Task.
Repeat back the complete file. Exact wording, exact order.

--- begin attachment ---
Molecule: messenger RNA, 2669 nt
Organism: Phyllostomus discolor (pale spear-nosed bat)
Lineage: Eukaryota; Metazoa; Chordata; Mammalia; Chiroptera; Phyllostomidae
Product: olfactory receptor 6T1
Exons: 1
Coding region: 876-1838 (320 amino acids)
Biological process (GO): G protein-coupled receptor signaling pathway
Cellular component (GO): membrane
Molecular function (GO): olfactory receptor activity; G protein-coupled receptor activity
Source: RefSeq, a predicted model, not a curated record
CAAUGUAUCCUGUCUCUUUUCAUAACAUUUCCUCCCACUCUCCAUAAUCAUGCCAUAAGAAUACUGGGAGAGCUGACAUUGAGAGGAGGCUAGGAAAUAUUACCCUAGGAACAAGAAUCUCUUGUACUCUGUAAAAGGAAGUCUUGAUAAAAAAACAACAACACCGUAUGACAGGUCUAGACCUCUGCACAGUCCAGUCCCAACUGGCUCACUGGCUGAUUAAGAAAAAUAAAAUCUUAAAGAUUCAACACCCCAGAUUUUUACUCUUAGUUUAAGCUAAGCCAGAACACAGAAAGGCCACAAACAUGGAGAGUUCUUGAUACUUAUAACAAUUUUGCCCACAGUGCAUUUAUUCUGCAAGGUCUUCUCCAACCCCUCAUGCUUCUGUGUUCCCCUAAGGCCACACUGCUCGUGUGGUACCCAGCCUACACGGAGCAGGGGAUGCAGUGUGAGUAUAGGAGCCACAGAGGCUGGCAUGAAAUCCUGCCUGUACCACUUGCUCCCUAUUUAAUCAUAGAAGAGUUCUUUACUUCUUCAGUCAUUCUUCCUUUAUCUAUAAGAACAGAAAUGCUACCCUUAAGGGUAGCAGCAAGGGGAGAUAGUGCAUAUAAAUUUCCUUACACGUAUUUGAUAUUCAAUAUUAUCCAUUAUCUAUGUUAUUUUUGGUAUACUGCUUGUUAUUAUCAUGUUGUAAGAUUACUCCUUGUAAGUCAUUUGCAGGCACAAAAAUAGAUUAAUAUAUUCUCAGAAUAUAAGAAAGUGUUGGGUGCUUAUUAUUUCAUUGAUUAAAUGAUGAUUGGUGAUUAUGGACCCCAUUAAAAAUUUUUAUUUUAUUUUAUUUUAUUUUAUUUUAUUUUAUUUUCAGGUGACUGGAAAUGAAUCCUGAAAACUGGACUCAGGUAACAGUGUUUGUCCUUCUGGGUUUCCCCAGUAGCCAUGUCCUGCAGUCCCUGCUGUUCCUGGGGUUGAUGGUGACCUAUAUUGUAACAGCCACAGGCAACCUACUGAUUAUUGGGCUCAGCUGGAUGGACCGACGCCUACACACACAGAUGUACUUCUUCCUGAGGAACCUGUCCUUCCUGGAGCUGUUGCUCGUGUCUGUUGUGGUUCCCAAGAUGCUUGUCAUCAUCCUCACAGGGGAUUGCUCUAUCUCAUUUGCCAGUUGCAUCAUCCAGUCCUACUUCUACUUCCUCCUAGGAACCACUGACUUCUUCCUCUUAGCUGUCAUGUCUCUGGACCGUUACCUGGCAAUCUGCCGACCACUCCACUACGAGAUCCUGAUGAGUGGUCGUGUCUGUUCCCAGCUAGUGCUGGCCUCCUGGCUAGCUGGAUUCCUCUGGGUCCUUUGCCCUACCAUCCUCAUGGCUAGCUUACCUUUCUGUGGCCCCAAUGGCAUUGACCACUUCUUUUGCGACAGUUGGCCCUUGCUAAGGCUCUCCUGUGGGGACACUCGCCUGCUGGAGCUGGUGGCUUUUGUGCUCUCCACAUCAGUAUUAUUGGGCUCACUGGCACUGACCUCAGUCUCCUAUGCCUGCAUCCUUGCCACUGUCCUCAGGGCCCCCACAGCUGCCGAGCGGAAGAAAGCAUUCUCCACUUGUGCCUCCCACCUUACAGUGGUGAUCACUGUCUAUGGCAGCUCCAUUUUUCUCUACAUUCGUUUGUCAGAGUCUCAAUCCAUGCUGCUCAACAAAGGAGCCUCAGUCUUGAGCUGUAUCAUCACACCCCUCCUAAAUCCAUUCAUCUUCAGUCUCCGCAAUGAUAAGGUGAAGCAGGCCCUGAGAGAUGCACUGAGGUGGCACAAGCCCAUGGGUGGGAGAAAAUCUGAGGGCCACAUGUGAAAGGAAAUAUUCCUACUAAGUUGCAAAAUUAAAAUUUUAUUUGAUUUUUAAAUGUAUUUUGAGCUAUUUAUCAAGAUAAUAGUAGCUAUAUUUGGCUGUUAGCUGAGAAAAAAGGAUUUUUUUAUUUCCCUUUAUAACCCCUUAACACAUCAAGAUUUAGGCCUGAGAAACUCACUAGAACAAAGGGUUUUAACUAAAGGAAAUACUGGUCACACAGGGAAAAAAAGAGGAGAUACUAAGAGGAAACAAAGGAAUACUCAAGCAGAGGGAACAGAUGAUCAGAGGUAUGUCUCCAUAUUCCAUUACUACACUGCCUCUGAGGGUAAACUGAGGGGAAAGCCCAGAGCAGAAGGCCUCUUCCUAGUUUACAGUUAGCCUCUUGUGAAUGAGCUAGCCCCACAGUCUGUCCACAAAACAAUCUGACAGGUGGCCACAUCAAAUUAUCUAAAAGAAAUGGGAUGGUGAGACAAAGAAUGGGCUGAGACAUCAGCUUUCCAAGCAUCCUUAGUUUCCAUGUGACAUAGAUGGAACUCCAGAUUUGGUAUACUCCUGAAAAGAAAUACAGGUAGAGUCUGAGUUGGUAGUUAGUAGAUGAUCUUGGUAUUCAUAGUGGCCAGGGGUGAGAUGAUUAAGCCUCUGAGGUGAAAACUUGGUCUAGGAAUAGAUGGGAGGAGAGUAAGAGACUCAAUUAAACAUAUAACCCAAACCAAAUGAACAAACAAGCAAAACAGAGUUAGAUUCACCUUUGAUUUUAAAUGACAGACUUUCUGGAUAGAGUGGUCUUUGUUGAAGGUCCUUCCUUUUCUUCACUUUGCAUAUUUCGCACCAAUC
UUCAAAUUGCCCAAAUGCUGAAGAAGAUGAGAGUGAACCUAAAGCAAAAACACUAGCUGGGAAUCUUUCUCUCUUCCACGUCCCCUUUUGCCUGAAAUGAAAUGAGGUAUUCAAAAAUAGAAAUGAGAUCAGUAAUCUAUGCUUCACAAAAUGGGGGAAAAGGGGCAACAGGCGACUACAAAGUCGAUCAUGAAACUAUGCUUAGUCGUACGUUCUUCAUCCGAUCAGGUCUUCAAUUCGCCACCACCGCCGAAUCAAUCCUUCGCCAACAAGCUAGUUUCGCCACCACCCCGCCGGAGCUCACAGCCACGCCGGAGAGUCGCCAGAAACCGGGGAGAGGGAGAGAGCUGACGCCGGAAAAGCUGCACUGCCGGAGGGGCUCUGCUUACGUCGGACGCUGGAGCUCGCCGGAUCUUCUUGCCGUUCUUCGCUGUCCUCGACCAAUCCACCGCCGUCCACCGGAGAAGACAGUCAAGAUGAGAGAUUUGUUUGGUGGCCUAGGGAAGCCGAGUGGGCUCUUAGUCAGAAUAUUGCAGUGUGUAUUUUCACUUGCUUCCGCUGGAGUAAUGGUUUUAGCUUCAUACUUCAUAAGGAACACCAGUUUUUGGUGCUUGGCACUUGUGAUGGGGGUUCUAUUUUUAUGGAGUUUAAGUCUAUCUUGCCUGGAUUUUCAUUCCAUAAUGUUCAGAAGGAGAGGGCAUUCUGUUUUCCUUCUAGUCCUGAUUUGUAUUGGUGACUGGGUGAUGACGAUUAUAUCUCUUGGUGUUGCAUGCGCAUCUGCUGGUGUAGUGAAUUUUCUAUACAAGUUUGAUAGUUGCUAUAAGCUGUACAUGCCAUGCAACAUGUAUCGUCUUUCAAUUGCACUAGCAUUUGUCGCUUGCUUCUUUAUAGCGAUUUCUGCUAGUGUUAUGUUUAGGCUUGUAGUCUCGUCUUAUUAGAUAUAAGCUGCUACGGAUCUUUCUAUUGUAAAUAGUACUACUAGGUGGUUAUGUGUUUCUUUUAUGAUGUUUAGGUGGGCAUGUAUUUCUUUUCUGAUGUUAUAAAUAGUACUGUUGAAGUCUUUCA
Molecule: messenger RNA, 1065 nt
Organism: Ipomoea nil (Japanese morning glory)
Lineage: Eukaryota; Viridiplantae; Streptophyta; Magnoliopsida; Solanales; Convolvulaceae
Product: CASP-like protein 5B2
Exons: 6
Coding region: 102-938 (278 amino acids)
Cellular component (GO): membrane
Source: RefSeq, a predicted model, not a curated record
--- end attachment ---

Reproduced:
Molecule: messenger RNA, 2669 nt
Organism: Phyllostomus discolor (pale spear-nosed bat)
Lineage: Eukaryota; Metazoa; Chordata; Mammalia; Chiroptera; Phyllostomidae
Product: olfactory receptor 6T1
Exons: 1
Coding region: 876-1838 (320 amino acids)
Biological process (GO): G protein-coupled receptor signaling pathway
Cellular component (GO): membrane
Molecular function (GO): olfactory receptor activity; G protein-coupled receptor activity
Source: RefSeq, a predicted model, not a curated record
CAAUGUAUCCUGUCUCUUUUCAUAACAUUUCCUCCCACUCUCCAUAAUCAUGCCAUAAGAAUACUGGGAGAGCUGACAUUGAGAGGAGGCUAGGAAAUAUUACCCUAGGAACAAGAAUCUCUUGUACUCUGUAAAAGGAAGUCUUGAUAAAAAAACAACAACACCGUAUGACAGGUCUAGACCUCUGCACAGUCCAGUCCCAACUGGCUCACUGGCUGAUUAAGAAAAAUAAAAUCUUAAAGAUUCAACACCCCAGAUUUUUACUCUUAGUUUAAGCUAAGCCAGAACACAGAAAGGCCACAAACAUGGAGAGUUCUUGAUACUUAUAACAAUUUUGCCCACAGUGCAUUUAUUCUGCAAGGUCUUCUCCAACCCCUCAUGCUUCUGUGUUCCCCUAAGGCCACACUGCUCGUGUGGUACCCAGCCUACACGGAGCAGGGGAUGCAGUGUGAGUAUAGGAGCCACAGAGGCUGGCAUGAAAUCCUGCCUGUACCACUUGCUCCCUAUUUAAUCAUAGAAGAGUUCUUUACUUCUUCAGUCAUUCUUCCUUUAUCUAUAAGAACAGAAAUGCUACCCUUAAGGGUAGCAGCAAGGGGAGAUAGUGCAUAUAAAUUUCCUUACACGUAUUUGAUAUUCAAUAUUAUCCAUUAUCUAUGUUAUUUUUGGUAUACUGCUUGUUAUUAUCAUGUUGUAAGAUUACUCCUUGUAAGUCAUUUGCAGGCACAAAAAUAGAUUAAUAUAUUCUCAGAAUAUAAGAAAGUGUUGGGUGCUUAUUAUUUCAUUGAUUAAAUGAUGAUUGGUGAUUAUGGACCCCAUUAAAAAUUUUUAUUUUAUUUUAUUUUAUUUUAUUUUAUUUUAUUUUCAGGUGACUGGAAAUGAAUCCUGAAAACUGGACUCAGGUAACAGUGUUUGUCCUUCUGGGUUUCCCCAGUAGCCAUGUCCUGCAGUCCCUGCUGUUCCUGGGGUUGAUGGUGACCUAUAUUGUAACAGCCACAGGCAACCUACUGAUUAUUGGGCUCAGCUGGAUGGACCGACGCCUACACACACAGAUGUACUUCUUCCUGAGGAACCUGUCCUUCCUGGAGCUGUUGCUCGUGUCUGUUGUGGUUCCCAAGAUGCUUGUCAUCAUCCUCACAGGGGAUUGCUCUAUCUCAUUUGCCAGUUGCAUCAUCCAGUCCUACUUCUACUUCCUCCUAGGAACCACUGACUUCUUCCUCUUAGCUGUCAUGUCUCUGGACCGUUACCUGGCAAUCUGCCGACCACUCCACUACGAGAUCCUGAUGAGUGGUCGUGUCUGUUCCCAGCUAGUGCUGGCCUCCUGGCUAGCUGGAUUCCUCUGGGUCCUUUGCCCUACCAUCCUCAUGGCUAGCUUACCUUUCUGUGGCCCCAAUGGCAUUGACCACUUCUUUUGCGACAGUUGGCCCUUGCUAAGGCUCUCCUGUGGGGACACUCGCCUGCUGGAGCUGGUGGCUUUUGUGCUCUCCACAUCAGUAUUAUUGGGCUCACUGGCACUGACCUCAGUCUCCUAUGCCUGCAUCCUUGCCACUGUCCUCAGGGCCCCCACAGCUGCCGAGCGGAAGAAAGCAUUCUCCACUUGUGCCUCCCACCUUACAGUGGUGAUCACUGUCUAUGGCAGCUCCAUUUUUCUCUACAUUCGUUUGUCAGAGUCUCAAUCCAUGCUGCUCAACAAAGGAGCCUCAGUCUUGAGCUGUAUCAUCACACCCCUCCUAAAUCCAUUCAUCUUCAGUCUCCGCAAUGAUAAGGUGAAGCAGGCCCUGAGAGAUGCACUGAGGUGGCACAAGCCCAUGGGUGGGAGAAAAUCUGAGGGCCACAUGUGAAAGGAAAUAUUCCUACUAAGUUGCAAAAUUAAAAUUUUAUUUGAUUUUUAAAUGUAUUUUGAGCUAUUUAUCAAGAUAAUAGUAGCUAUAUUUGGCUGUUAGCUGAGAAAAAAGGAUUUUUUUAUUUCCCUUUAUAACCCCUUAACACAUCAAGAUUUAGGCCUGAGAAACUCACUAGAACAAAGGGUUUUAACUAAAGGAAAUACUGGUCACACAGGGAAAAAAAGAGGAGAUACUAAGAGGAAACAAAGGAAUACUCAAGCAGAGGGAACAGAUGAUCAGAGGUAUGUCUCCAUAUUCCAUUACUACACUGCCUCUGAGGGUAAACUGAGGGGAAAGCCCAGAGCAGAAGGCCUCUUCCUAGUUUACAGUUAGCCUCUUGUGAAUGAGCUAGCCCCACAGUCUGUCCACAAAACAAUCUGACAGGUGGCCACAUCAAAUUAUCUAAAAGAAAUGGGAUGGUGAGACAAAGAAUGGGCUGAGACAUCAGCUUUCCAAGCAUCCUUAGUUUCCAUGUGACAUAGAUGGAACUCCAGAUUUGGUAUACUCCUGAAAAGAAAUACAGGUAGAGUCUGAGUUGGUAGUUAGUAGAUGAUCUUGGUAUUCAUAGUGGCCAGGGGUGAGAUGAUUAAGCCUCUGAGGUGAAAACUUGGUCUAGGAAUAGAUGGGAGGAGAGUAAGAGACUCAAUUAAACAUAUAACCCAAACCAAAUGAACAAACAAGCAAAACAGAGUUAGAUUCACCUUUGAUUUUAAAUGACAGACUUUCUGGAUAGAGUGGUCUUUGUUGAAGGUCCUUCCUUUUCUUCACUUUGCAUAUUUCGCACCAAUC
UUCAAAUUGCCCAAAUGCUGAAGAAGAUGAGAGUGAACCUAAAGCAAAAACACUAGCUGGGAAUCUUUCUCUCUUCCACGUCCCCUUUUGCCUGAAAUGAAAUGAGGUAUUCAAAAAUAGAAAUGAGAUCAGUAAUCUAUGCUUCACAAAAUGGGGGAAAAGGGGCAACAGGCGACUACAAAGUCGAUCAUGAAACUAUGCUUAGUCGUACGUUCUUCAUCCGAUCAGGUCUUCAAUUCGCCACCACCGCCGAAUCAAUCCUUCGCCAACAAGCUAGUUUCGCCACCACCCCGCCGGAGCUCACAGCCACGCCGGAGAGUCGCCAGAAACCGGGGAGAGGGAGAGAGCUGACGCCGGAAAAGCUGCACUGCCGGAGGGGCUCUGCUUACGUCGGACGCUGGAGCUCGCCGGAUCUUCUUGCCGUUCUUCGCUGUCCUCGACCAAUCCACCGCCGUCCACCGGAGAAGACAGUCAAGAUGAGAGAUUUGUUUGGUGGCCUAGGGAAGCCGAGUGGGCUCUUAGUCAGAAUAUUGCAGUGUGUAUUUUCACUUGCUUCCGCUGGAGUAAUGGUUUUAGCUUCAUACUUCAUAAGGAACACCAGUUUUUGGUGCUUGGCACUUGUGAUGGGGGUUCUAUUUUUAUGGAGUUUAAGUCUAUCUUGCCUGGAUUUUCAUUCCAUAAUGUUCAGAAGGAGAGGGCAUUCUGUUUUCCUUCUAGUCCUGAUUUGUAUUGGUGACUGGGUGAUGACGAUUAUAUCUCUUGGUGUUGCAUGCGCAUCUGCUGGUGUAGUGAAUUUUCUAUACAAGUUUGAUAGUUGCUAUAAGCUGUACAUGCCAUGCAACAUGUAUCGUCUUUCAAUUGCACUAGCAUUUGUCGCUUGCUUCUUUAUAGCGAUUUCUGCUAGUGUUAUGUUUAGGCUUGUAGUCUCGUCUUAUUAGAUAUAAGCUGCUACGGAUCUUUCUAUUGUAAAUAGUACUACUAGGUGGUUAUGUGUUUCUUUUAUGAUGUUUAGGUGGGCAUGUAUUUCUUUUCUGAUGUUAUAAAUAGUACUGUUGAAGUCUUUCA
Molecule: messenger RNA, 1065 nt
Organism: Ipomoea nil (Japanese morning glory)
Lineage: Eukaryota; Viridiplantae; Streptophyta; Magnoliopsida; Solanales; Convolvulaceae
Product: CASP-like protein 5B2
Exons: 6
Coding region: 102-938 (278 amino acids)
Cellular component (GO): membrane
Source: RefSeq, a predicted model, not a curated record